Chris Hagen giving presentation

For decades, engineers have tried to find safe, reliable, and affordable ways to use natural gas to fuel automobiles. But due to a combination of infrastructure challenges inherent with natural gas, a dearth of natural gas fueling stations, and the relatively low cost of gasoline, the economics and logistics have never penciled out very well. In fact, just two percent of the natural gas consumed is currently used for transportation, and more than that is lost during production and piping the fuel.

New advances in horizontal drilling techniques and hydraulic fracturing have caused the price of natural gas to fall as supply has swollen, and researchers at Oregon State University are working on innovative ways to power automobiles with natural gas.

Chris Hagen, assistant professor in the Energy Systems Engineering Program at the OSU-Cascades campus in Bend, Ore., heads one of only 13 research projects nationwide that have been awarded significant funding from the U.S. Dept. of Energy’s Advanced Research Projects Agency­–Energy (ARPA–E) to fast-track research that will lead to more natural gas-fueled vehicles. The funding is part of ARPA–E’s Methane Opportunities for Vehicular Energy (MOVE) program. 

Hagen, who previously worked for Chevron and taught at Colorado State University before coming to OSU-Cascades in 2012, spoke at a recent Science Pub Corvallis about his research project, which has garnered more than $1 million in funding from ARPA–E so far.

“Natural gas vehicles have been available for a while, and converting an engine to natural gas is quite straightforward,” Hagen said. “But infrastructure is the challenge. The question is: how can we efficiently fuel vehicles with natural gas in a safe way?”

Hagen’s group includes an Oregon State spinout company called Onboard Dynamics, Inc., where he serves as chief technical officer. He and his team of students have innovated a way to adapt a traditional internal combustion engine so that it also functions as a mobile natural gas compressor. The engine would allow drivers to refuel anywhere a natural gas tap is available.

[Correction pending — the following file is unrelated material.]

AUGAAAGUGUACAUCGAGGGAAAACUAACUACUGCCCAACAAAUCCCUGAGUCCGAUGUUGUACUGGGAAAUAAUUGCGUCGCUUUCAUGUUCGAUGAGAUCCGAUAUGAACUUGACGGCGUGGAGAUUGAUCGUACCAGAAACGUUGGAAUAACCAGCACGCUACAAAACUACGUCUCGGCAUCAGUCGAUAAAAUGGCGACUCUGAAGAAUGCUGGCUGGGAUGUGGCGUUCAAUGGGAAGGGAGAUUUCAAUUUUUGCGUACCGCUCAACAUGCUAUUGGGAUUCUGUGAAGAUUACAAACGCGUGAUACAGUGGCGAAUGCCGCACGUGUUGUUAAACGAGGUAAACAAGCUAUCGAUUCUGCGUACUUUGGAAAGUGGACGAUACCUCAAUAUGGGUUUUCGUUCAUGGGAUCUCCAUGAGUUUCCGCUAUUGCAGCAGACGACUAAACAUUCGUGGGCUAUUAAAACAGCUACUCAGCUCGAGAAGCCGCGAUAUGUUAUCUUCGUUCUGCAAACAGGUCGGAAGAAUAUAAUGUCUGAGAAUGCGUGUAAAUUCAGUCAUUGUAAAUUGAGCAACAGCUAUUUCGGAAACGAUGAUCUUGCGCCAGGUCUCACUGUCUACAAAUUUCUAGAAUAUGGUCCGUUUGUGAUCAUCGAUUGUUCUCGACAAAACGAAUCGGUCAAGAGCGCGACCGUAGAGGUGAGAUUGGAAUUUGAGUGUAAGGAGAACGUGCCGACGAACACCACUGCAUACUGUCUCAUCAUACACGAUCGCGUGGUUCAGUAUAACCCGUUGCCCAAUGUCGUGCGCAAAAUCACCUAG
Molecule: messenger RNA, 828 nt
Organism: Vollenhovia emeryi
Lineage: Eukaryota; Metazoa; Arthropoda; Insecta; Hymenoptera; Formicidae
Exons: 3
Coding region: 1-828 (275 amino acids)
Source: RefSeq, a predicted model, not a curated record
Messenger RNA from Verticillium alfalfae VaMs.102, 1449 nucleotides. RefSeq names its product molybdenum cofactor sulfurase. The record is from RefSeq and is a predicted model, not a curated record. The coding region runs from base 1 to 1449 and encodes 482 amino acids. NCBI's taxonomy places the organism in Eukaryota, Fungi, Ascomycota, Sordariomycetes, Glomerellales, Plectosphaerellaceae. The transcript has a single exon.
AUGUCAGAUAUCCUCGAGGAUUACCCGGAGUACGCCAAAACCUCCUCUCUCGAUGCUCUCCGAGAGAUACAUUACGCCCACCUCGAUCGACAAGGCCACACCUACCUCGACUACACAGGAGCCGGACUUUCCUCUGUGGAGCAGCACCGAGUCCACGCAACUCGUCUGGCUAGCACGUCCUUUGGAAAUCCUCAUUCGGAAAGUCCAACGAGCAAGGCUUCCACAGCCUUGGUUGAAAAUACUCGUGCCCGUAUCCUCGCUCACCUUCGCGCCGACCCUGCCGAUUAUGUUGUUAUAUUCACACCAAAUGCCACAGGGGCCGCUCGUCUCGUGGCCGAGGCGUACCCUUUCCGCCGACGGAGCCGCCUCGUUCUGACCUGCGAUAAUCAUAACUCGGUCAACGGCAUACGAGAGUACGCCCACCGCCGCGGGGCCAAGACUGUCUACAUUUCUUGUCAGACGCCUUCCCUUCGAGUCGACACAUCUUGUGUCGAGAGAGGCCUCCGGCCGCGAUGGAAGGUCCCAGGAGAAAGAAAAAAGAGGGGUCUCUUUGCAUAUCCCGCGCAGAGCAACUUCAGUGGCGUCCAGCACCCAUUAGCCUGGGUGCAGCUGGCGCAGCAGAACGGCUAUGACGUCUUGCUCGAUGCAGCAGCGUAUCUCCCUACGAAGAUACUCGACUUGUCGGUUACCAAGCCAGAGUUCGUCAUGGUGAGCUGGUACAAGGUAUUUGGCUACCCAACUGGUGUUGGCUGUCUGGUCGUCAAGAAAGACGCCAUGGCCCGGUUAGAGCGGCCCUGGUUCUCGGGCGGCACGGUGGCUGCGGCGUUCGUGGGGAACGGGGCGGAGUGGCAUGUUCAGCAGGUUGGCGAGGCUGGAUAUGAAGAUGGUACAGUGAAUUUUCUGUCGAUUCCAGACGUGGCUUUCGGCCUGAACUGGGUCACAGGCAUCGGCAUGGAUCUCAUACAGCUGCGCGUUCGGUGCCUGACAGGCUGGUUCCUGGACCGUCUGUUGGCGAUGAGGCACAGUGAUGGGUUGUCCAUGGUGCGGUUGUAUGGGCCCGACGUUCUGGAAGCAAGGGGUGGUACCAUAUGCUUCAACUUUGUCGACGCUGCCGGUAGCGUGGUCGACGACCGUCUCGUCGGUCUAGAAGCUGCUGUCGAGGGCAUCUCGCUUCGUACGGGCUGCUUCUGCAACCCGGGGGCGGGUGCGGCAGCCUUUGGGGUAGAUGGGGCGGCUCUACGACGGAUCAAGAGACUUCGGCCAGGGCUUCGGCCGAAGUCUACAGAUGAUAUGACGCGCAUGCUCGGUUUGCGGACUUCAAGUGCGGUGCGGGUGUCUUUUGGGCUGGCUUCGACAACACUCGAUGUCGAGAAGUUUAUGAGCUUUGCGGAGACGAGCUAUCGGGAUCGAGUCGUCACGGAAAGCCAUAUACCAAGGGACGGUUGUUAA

“Infrastructure is the issue we’re trying to attack,” said Hagen. “Natural gas is cheap, but how are you going to get that fuel into vehicles when there are only 600 natural gas filling stations in United States — compared to something like 150,000 gas stations? Well, there are tens of millions of homes plumbed with natural gas. The nice thing about this dual-mode engine is that the compressor travels with you, so if you have a tap at your house, and I have one at mine, we can fuel up at either location.”

The team has converted a Cummins diesel engine by adding two extra valves on one cylinder that can be toggled on or off to make that piston function as an onboard compressor.

“In a nutshell, we’re taking an internal combustion engine and making it into a dual-function engine,” Hagen said. “The whole idea is that we wanted to take advantage of what’s already under the hood, which looks a lot like a compressor, and use that to compress natural gas.”

The current state-of-the art natural gas fueling technology for residential use is a compressor system installed in a garage that runs all night to refuel a vehicle’s tank, Hagen said. But the system costs up to $5,000 to install, and there have been some mechanical issues.

The onboard compression technology Hagen’s team is developing has a flow rate ten times greater than existing systems, an operating lifetime that is three times longer, and adds only $1,000 to the price of the engine.

“Given that the stored energy per mass unit in natural gas is higher than gasoline and the fact natural gas prices have fallen, powering cars by natural gas makes sense,” Hagen said.

Hagen was quick to point out the “good, bad, and ugly” of using natural gas for automotive fuel. The “good” is that natural gas has more energy per unit mass, so it produces less CO2 when burned. The “bad” is that horizontal drilling and hydraulic fracturing (commonly called fracking), is controversial. And the “ugly” is that during the production of natural gas, things can go wrong, and there are concerns about groundwater contamination from the chemicals used in fracking.

Still, Hagen believes that as the industry matures, more controls will be put in place, and as other technologies like the one he is developing come online, the production process will become safer and powering cars with natural gas will be the wave of the future. 

— Gregg Kleiner

Published Date: 
Wednesday, May 28, 2014